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Let’s make political competition healthy

By - | June 10th 2012

With the country moving towards transitional General Election under the new Constitution, resolutions reached by MPs at the forum on peaceful poll should not be swept under the carpet as have happened in previous ‘talking shows’.

MPs, being elected representatives of Kenyans, should be committed to all the resolutions reached at the two-day forum, which are tailored to ensure the country has a peaceful election and power transfer.

It would be tragic for millions of taxpayers’ money to be spent on such a forum, only for its deliberations to go to waste instead of being turned into strengths to cushion the country against unnecessary threats to instability.

Indeed, while opening the forum on Friday, President Kibaki promised that as we approach the polls, the Government would provide security and promote peace building and conflict prevention initiatives throughout the country.

This initiative coming from the country’s chief executive   should be hailed as a step in the right direction, given what befell the country following the bungled 2007 presidential election.

Kibaki reminded the country that in the light of past experience that has seen the eruption of violence during elections, there must be practical commitments on how to break this cycle and ensure peace prevails.

Chief Justice Willy Mutunga has even suggested presidential aspirants should hold joint political rallies at least once every month to preach peace and signal that political competition can be healthy.

It is important Dr Mutunga’s counsel to the aspirants is taken in good faith, given most of the on-going campaigns have been characterised by name-calling and speeches that could spark ethnic tension.

It was not lost to many that even as the forum went on, some of the key presidential aspirants were on the campaign trail. This does not show   their commitment to a peaceful election, only months away.

As pointed out by some in attendance, the forum was about them more than anybody else, and their absence cast doubt on their patriotism and commitment to the public good.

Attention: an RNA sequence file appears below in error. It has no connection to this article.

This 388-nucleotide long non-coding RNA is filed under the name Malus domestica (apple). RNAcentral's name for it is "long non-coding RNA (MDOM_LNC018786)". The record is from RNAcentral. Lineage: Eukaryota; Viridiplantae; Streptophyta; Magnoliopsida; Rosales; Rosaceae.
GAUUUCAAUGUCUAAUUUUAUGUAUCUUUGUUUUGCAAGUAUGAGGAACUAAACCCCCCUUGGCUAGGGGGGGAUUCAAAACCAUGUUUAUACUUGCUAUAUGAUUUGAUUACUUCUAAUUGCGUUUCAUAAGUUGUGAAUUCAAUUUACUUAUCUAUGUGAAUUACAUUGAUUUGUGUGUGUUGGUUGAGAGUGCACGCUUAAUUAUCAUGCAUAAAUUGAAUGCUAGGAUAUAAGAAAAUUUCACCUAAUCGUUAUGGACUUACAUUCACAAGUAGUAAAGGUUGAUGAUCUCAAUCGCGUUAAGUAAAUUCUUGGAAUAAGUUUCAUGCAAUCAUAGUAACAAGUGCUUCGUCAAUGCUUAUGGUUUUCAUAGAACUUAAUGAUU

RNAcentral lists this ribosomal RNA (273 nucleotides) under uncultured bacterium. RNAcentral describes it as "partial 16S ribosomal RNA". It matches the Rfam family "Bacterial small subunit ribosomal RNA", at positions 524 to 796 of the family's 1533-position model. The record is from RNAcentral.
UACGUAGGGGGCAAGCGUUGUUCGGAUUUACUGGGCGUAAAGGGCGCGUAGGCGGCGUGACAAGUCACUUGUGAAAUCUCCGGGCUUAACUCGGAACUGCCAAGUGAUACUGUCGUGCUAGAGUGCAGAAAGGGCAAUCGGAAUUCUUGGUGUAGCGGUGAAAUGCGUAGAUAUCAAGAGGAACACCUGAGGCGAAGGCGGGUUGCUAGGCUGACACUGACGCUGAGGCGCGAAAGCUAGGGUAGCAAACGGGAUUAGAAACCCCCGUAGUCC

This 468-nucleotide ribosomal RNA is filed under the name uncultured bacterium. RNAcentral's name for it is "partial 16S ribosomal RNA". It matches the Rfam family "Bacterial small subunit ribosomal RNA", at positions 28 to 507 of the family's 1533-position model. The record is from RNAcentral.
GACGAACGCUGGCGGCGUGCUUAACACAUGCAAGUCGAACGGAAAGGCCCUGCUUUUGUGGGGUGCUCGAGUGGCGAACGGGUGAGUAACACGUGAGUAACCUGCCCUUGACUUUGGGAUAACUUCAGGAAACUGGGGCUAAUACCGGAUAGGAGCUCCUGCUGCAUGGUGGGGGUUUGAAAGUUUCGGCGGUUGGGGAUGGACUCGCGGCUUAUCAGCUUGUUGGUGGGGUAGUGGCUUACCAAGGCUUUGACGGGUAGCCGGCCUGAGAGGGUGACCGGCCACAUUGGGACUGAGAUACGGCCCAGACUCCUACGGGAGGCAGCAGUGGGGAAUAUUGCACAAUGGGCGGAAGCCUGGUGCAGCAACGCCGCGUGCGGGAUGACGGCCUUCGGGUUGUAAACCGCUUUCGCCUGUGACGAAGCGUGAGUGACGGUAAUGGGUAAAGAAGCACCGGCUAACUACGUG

Politicians being the ‘cunning animals they are’, it is important that the National Cohesion and Integration Commission (NCIC) acts tough on those who violate the Mombasa Accord.

NCIC’s job was well cut-out when Prime Minister Raila Odinga told the Mzalendo Kibunjia-led Commission it should not try to micro-manage politicians.

Even President Kibaki’s passionate appeal to politicians was that they play a leading role in facilitating the conduct of free, fair and peaceful elections.

Dr Kibunjia’s team now has a huge task to ensure political leaders refrain from campaigning on the platform of ethnicity and regionalism.

Tough actions from NCIC could as well remind renegade politicians that Kenya is a unitary state, and divisive forces must be rejected.

In 2007, over 1,300 people were killed, over 350 others were displaced from their homes, and property worth billions of shillings destroyed in the mayhem. Some of those who were displaced are still living in internally displaced persons camps, five years after the last elections.

Their suffering in the camps, weighed down by famine, diseases and the tendency by Government to give unfulfilled promises of settling them serves nothing but to portray the country’s image in the eyes of the international community negatively.

Such are the scenarios that should be avoided in the General Election, and it is the responsibility of wananchi to help cultivate and maintain peace.

We went through such a horrifying period in our history because we failed to appreciate the price of peace.

Given the socio-economic challenges facing the country, we should all realise peace is a prerequisite for meaningful development.

The Government, politicians, professional bodies, the civil society, religious leaders, and the common man should all shoulder the burden of ensuring peaceful elections.

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